"Leadership is the art of getting someone else to do something you want done because he wants to do it."
- When the Prussian sail training corvette Amazone foundered in a storm off the Dutch coast in 1861, she took with her an entire class of naval cadets, which resulted in a shortage of officers in the new Royal Prussian Navy for nearly a decade.
- Either as a journalist or soldier, and sometimes both, Winston S. Churchill served under fire in five wars; the Cuban Revolution (1895), the Malakand Campaign (1897), the Sudan (1898), South Africa (1900), and World War I (1916)
- During the latter half of 1940, the bodies of many German airmen who had bailed out over the Channel while attempting to return to France, only to drown in the sea, and of many Kriegsmarine personnel slain in nocturnal clashes between light forces, washed ashore along the south coast of England, igniting rumors that the expected Nazi invasion had already been beaten off, which persisted into the postwar years.
- Between 1930 and 1937 five men served as directors of the Soviet Naval Academy, each of whom ended his tour by being executed.
- Although trapped like the rest of Parisians by the Prussian siege of 1870-1871, the members of the French Academy of Sciences continued to meet regularly, during which they promoted the development of the famous balloons that helped the city maintain communication with the rest of France, examined suggestions for stretching the food supply, and entertained proposals for revolutionary new weapons that would drive off the enemy.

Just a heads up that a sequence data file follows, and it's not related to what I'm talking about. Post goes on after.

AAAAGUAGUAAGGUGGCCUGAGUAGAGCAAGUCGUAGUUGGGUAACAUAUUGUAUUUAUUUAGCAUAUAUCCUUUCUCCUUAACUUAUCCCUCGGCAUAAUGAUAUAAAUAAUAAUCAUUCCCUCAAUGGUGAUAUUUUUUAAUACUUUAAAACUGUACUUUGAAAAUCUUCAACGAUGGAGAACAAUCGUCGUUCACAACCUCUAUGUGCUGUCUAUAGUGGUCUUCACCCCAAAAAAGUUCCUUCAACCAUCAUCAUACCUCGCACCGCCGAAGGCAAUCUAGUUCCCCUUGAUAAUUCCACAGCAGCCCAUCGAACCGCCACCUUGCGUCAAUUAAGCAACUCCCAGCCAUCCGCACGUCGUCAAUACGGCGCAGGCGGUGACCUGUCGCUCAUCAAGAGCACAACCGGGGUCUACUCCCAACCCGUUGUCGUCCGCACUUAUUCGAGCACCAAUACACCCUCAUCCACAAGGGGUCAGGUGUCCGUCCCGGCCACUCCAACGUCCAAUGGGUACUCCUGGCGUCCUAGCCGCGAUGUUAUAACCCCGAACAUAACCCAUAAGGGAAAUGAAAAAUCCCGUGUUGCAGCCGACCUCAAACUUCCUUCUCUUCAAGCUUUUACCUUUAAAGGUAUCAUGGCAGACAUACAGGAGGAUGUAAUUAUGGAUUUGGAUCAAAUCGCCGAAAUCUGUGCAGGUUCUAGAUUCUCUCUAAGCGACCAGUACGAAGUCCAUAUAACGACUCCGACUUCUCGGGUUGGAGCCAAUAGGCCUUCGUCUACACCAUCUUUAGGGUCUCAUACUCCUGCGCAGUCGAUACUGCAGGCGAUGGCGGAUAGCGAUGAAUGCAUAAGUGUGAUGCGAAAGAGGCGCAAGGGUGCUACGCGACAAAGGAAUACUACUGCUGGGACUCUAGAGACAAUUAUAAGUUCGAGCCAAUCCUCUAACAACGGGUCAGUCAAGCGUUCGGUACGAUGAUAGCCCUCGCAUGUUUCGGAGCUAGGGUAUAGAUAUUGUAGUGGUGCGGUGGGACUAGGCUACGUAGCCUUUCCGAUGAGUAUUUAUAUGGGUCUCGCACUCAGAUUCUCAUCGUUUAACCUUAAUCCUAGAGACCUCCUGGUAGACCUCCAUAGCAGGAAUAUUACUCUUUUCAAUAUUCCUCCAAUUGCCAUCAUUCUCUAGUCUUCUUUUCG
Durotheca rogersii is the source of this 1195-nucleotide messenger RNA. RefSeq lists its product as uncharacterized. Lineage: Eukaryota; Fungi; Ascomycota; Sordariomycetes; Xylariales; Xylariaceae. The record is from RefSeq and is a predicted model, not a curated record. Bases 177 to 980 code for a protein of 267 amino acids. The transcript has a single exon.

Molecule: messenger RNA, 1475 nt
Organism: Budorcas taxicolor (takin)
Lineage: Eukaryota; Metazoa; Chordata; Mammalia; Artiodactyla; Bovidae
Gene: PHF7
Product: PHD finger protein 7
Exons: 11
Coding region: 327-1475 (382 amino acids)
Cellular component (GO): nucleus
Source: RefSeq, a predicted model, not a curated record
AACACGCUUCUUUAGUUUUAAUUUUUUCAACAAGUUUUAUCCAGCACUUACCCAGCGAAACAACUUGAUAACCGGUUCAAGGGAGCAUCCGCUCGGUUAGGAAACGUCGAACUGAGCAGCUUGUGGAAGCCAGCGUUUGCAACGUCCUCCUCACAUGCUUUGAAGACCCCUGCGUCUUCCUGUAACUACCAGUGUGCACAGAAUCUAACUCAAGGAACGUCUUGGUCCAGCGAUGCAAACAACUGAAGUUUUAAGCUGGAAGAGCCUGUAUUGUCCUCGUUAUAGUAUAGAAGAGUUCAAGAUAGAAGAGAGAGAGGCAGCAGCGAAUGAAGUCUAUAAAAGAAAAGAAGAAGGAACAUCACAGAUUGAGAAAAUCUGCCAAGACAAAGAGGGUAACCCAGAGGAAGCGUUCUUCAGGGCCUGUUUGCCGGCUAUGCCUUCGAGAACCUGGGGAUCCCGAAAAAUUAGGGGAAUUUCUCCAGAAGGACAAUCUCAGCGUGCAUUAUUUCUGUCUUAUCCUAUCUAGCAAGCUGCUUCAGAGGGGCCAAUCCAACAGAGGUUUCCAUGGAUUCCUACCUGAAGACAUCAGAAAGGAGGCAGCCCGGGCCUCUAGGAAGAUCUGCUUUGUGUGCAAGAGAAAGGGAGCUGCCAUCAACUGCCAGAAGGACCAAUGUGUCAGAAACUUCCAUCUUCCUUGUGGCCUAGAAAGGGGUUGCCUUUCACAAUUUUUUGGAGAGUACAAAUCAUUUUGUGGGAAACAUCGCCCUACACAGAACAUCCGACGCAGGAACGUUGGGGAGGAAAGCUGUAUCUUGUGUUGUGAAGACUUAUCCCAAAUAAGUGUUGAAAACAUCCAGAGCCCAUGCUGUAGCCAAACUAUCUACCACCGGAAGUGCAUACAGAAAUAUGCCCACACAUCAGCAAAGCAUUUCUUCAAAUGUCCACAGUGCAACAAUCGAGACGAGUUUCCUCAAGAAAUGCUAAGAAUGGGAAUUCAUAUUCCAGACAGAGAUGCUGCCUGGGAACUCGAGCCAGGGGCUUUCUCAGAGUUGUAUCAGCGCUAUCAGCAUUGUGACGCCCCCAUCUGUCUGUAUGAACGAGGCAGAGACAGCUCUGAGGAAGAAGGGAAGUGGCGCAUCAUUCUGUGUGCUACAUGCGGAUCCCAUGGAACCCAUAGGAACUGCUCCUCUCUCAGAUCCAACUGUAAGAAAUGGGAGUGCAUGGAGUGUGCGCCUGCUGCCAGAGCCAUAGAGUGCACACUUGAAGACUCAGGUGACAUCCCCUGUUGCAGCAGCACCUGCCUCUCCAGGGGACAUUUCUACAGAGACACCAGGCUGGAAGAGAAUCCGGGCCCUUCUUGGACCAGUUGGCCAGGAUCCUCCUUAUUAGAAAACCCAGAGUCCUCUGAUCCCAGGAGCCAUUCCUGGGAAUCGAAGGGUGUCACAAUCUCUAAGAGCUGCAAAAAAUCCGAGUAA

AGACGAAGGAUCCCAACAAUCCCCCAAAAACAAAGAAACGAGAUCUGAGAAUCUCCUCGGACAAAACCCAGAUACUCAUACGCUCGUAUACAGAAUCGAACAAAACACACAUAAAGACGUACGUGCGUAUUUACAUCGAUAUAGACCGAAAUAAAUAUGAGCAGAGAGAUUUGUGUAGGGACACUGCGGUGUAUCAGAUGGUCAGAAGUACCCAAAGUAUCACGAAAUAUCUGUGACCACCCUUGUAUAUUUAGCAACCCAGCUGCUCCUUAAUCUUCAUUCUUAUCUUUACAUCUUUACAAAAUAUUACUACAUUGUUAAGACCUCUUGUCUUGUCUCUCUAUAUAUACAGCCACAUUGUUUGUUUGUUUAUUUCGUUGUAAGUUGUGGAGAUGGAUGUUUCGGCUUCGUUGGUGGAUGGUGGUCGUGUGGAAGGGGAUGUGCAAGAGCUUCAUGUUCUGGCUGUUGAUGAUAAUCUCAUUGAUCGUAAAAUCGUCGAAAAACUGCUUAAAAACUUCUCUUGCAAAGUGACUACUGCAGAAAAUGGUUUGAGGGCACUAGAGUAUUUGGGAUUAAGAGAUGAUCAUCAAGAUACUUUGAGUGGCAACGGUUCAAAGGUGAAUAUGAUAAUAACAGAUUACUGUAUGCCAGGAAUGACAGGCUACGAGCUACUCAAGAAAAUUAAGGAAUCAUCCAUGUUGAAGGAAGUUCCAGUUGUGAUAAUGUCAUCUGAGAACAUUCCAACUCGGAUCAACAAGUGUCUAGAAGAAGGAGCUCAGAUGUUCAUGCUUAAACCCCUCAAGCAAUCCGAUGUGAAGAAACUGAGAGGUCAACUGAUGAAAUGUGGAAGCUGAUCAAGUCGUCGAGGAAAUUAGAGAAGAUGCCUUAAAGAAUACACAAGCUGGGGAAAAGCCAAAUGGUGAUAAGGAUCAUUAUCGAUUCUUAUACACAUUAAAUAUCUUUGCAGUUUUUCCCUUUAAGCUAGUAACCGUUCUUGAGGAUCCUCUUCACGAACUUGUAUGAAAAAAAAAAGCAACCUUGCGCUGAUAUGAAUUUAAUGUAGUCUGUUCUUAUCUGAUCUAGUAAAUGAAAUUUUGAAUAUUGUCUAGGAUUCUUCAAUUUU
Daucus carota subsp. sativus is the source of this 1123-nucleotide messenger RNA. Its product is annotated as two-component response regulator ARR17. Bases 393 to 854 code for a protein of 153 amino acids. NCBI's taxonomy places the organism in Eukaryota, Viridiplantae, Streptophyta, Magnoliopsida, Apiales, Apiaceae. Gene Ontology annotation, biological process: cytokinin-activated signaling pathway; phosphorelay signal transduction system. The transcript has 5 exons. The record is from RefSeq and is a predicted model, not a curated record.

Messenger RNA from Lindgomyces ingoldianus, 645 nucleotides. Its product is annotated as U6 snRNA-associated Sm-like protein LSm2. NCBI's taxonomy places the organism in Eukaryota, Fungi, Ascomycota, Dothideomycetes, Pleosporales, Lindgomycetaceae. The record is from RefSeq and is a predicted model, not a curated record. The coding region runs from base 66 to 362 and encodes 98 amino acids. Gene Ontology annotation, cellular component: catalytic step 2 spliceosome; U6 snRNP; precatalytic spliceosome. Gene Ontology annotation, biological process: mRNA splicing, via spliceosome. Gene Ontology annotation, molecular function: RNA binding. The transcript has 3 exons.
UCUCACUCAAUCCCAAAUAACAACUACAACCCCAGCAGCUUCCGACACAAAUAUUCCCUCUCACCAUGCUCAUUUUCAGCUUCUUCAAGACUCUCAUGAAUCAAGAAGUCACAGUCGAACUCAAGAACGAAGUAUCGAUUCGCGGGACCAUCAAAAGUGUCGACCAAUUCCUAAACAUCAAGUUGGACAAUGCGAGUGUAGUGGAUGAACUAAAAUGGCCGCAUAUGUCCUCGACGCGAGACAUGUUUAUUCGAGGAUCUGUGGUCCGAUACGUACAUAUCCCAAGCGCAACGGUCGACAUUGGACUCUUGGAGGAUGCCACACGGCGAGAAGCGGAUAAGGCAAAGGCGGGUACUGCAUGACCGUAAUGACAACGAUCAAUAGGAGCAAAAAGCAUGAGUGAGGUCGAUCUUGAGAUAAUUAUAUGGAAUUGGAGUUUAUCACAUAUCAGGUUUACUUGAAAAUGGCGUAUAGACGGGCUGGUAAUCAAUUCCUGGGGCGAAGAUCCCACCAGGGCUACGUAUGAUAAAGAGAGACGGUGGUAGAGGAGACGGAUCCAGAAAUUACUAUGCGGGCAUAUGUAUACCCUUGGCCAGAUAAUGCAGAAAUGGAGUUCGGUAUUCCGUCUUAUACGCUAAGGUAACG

- At peak strength during World War II, Switzerland had 850,000 men under arms, roughly 40 percent of the country’s total male population, about half of whom were on active duty at any time.
- Of the countries that fought throughout World War I, that is, from August of 1914 until November of 1918, Germany lost an average of 1,025 men killed per day, France 888, Britain 577, Serbia and Montenegro 80, and Belgium 65; figures for Austria-Hungary do are not available as the Dual Monarchy disappeared at the end of the war.
- In 1928 the U.S. Navy calculated that at 14,000 yards (c. 6.9 nm) a 14-inch gun firing three rounds a minute would have about a 26 percent chance of hitting its target, giving an American battleship with twelve such guns about 9.3 hits per minute.
of "Al Nofi's CIC" have appeared previously in Military Chronicles,
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